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Road bikes are suitable for every rider, from the weekend warrior to the professional racer. Featuring skinny tyres and manufactured from lightweight materials, the road bike is designed to go fast! Scroll down for more information on road bikes at BikeExchange.
The term “road bike” may sound very broad, but there are several specific characteristics that define a modern road bike. Designed for fitness, racing and competition, road bikes need to be comfortable and robust. Because of their popularity, most manufacturers offer a wide selection of road bikes.
To help you make your choice, we put together this helpful infographic into the different types of road bikes. It will point you in the right direction and teach you about the different options available to the Australian road bike rider. For more information, be sure to check out the BikeExchange Blog road bikes buyer's guide.
You can break down the main components of a road bike - or any bike - into four categories:
Frame - The frame is the backbone of your road bike. You can still find some steel (chromoly) choices, but the trend is for a lighter frame. Aluminium is a near-standard choice at the entry-level, but the metal will typically transfer vibrations from the road into your body, which can be tiring. Carbon fibre has become the standard for mid to high level road bikes, it typically offers better shock absorption and lower weight, but is priced above aluminium. Priced at a premium, titanium does a great job of marrying comfort and solidity, but it can't match the strength to weight ratio of a good carbon fibre frame.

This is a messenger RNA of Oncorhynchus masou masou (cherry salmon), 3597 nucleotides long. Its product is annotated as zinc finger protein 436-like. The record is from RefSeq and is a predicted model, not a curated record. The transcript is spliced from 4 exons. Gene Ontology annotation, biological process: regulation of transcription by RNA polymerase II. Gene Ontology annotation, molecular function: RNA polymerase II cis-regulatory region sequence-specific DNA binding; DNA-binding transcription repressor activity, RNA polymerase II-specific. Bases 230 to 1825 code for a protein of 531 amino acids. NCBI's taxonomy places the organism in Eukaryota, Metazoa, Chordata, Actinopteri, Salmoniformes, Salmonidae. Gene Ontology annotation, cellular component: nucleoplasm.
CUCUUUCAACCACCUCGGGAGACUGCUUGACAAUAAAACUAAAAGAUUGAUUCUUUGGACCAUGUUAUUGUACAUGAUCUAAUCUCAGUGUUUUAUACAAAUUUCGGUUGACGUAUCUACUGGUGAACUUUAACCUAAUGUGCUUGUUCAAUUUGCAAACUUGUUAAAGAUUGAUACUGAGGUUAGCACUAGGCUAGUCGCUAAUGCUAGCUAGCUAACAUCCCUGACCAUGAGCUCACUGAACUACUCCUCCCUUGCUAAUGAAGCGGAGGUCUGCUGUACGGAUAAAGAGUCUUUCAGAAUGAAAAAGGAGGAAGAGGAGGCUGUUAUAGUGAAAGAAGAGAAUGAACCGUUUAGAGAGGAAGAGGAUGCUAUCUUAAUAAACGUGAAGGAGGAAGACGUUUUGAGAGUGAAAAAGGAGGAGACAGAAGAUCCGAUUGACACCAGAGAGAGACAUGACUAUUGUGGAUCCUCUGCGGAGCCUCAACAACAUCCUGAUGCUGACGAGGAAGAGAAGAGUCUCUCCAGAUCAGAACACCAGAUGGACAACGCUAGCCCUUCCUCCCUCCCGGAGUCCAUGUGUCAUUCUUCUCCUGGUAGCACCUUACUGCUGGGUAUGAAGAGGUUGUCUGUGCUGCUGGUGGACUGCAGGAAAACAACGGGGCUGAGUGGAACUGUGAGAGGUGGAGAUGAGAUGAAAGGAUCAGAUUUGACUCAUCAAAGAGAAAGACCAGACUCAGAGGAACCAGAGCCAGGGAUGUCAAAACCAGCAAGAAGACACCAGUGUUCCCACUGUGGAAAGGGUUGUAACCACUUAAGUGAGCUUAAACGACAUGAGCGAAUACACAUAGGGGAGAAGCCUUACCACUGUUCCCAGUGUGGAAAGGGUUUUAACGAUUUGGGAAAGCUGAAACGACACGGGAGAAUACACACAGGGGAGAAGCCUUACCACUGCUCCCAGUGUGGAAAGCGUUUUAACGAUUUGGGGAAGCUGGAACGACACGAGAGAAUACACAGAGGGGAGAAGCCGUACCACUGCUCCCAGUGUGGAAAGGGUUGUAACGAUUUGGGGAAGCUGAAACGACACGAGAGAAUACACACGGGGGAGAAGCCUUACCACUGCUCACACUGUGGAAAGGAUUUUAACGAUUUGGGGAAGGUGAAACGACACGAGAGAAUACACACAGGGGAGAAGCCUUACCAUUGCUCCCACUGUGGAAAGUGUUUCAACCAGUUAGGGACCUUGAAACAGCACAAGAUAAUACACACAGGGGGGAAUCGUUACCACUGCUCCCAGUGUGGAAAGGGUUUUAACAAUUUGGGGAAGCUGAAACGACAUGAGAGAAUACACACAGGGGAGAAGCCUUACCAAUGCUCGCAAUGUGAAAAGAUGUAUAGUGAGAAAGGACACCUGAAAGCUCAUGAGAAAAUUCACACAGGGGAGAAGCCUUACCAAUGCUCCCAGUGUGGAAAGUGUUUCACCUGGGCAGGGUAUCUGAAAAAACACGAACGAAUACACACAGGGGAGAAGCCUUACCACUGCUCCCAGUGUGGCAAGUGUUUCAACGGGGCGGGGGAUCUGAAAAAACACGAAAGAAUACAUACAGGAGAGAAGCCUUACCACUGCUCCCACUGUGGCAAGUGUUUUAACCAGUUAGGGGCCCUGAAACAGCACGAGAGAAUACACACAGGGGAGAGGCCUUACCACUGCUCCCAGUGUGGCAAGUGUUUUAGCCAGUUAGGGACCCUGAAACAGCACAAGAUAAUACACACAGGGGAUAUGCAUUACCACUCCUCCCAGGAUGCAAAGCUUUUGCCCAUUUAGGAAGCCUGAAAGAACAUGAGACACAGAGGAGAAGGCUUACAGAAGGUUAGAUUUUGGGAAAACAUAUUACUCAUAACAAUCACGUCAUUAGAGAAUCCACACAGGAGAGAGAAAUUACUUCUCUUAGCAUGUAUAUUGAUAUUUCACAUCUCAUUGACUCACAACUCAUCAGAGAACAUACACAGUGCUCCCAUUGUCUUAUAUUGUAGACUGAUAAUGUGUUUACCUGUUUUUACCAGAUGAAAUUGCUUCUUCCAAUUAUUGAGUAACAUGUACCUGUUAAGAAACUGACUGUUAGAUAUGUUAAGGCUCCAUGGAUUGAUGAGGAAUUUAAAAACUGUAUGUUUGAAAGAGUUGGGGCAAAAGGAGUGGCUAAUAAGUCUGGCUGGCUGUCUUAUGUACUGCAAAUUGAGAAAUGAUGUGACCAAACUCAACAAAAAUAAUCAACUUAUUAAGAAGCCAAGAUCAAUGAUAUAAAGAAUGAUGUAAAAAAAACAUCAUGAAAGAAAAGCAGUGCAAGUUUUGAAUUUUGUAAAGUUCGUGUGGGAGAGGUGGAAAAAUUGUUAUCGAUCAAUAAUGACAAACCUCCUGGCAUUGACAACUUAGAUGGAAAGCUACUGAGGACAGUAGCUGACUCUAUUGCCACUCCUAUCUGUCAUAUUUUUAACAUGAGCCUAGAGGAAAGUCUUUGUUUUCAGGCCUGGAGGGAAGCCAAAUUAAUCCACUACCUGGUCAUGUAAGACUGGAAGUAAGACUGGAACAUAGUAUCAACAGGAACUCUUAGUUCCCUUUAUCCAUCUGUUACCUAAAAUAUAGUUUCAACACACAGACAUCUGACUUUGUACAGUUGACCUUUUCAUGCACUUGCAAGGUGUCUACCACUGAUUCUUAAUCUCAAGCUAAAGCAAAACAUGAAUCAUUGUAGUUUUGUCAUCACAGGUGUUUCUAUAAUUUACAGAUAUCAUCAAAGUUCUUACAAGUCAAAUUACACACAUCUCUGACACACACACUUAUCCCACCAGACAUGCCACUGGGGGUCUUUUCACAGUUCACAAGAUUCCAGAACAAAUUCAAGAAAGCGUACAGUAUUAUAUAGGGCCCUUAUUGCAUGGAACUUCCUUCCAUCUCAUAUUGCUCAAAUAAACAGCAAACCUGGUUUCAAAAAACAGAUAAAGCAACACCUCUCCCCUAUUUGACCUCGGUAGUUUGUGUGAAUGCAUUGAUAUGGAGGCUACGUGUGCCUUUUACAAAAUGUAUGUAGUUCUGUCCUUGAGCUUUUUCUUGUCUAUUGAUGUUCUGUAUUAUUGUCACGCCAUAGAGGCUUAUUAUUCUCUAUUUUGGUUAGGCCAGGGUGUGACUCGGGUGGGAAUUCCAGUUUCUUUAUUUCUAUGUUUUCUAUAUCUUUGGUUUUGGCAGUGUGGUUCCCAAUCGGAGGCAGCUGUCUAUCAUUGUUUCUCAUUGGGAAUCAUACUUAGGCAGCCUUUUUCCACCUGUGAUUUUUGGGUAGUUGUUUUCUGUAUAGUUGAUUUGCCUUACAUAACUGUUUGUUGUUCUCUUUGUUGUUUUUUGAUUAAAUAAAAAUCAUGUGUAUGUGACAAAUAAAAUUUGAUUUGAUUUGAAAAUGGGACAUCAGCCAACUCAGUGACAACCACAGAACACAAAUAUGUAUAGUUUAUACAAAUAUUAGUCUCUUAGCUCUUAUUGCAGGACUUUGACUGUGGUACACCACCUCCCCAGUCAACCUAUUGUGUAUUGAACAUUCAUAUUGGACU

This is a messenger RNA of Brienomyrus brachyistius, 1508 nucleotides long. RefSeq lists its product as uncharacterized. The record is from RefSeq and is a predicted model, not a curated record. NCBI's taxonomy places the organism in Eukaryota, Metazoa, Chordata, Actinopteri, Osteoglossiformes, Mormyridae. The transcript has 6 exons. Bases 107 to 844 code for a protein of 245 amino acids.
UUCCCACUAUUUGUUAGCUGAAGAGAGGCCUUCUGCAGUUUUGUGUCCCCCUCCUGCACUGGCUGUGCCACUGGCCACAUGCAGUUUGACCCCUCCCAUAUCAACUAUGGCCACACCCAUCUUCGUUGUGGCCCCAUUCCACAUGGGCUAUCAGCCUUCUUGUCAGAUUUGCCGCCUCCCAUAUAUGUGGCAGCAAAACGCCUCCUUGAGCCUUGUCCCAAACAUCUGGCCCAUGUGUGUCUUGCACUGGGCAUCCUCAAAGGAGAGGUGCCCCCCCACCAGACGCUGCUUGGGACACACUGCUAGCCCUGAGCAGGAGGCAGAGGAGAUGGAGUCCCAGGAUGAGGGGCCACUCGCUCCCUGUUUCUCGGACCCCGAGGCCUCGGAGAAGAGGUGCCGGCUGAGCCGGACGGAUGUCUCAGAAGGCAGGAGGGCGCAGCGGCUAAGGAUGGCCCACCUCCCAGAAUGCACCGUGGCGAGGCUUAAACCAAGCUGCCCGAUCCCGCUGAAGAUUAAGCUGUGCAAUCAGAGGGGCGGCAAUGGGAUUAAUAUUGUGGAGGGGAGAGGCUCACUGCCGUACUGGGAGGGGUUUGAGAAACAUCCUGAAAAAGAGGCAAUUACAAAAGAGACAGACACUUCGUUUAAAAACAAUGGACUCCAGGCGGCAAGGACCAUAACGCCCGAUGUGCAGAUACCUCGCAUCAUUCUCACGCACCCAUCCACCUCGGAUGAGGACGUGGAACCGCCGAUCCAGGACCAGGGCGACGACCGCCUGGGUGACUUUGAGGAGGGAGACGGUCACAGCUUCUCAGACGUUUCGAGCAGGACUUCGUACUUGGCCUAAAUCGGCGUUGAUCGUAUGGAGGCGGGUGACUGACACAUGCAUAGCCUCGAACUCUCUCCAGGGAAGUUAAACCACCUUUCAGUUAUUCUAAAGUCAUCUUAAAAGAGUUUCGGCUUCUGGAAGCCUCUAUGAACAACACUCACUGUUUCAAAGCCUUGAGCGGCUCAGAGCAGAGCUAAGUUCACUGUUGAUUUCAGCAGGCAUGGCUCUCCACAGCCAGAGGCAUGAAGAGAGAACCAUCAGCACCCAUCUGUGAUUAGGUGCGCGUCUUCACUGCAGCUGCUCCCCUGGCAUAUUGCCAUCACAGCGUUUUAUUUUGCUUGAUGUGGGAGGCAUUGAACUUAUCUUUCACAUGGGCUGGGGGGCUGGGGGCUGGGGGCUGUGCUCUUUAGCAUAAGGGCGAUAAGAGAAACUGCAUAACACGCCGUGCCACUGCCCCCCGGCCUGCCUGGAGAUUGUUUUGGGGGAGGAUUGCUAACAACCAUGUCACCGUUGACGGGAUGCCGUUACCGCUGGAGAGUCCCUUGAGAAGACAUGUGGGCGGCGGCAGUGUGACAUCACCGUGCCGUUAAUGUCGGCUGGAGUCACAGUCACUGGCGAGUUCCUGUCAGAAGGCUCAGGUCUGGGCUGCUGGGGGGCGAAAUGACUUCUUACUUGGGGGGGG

Wheels and tyres - Road bike wheels can have a big influence on the weight and aerodynamics of your bike. If there’s one place you’re looking for the most bang-for-your-buck, upgrading your wheels can have the most effect. Road tyres are for low rolling resistance, but the small footprint and lack of tread means they're best kept on smoother surfaces.
Drivetrain - The drivetrain includes the crankset, derailleur, gear shifters and brakes. Most manufacturers choose complete road bike drivetrains matched to their frames, but you can always pick and choose individual components to build your ultimate road bike. The number of cogs in your groupset determines the number of speeds your bike has, which is typically 20 or 22 for road bikes.
Additional components - You can choose components such as handlebars, pedals and seats according to your personal preference. The handlebars on a road bike are especially important. They should be approximately as wide as your shoulders for the best mix of comfort and steering control. Road riders typically choose clip-in shoes and pedals, as they give you greater control and efficiency.
The best way to learn what works for you is to try out and compare different makes and models of road bikes. You need to feel comfortable and in control, or you won’t want to get out frequently. And remember, if you’re just getting into the sport, spend your money on a quality frame. The rest can be upgraded later as you learn your riding style and get more into the enjoyable and rewarding sport of road racing!
Whatever you decide, you’ll find it on BikeExchange. Race over to our editorial section for the latest in the cycling industry, from news and reviews to interviews and awesome stories. Be sure to read our complete buyer's guide to road bikes and our guide to picking deciphering the differences between aero, lightweight and endurance road bikes. Not sure if a road bike is right for you? See our guide to all types of bicycles.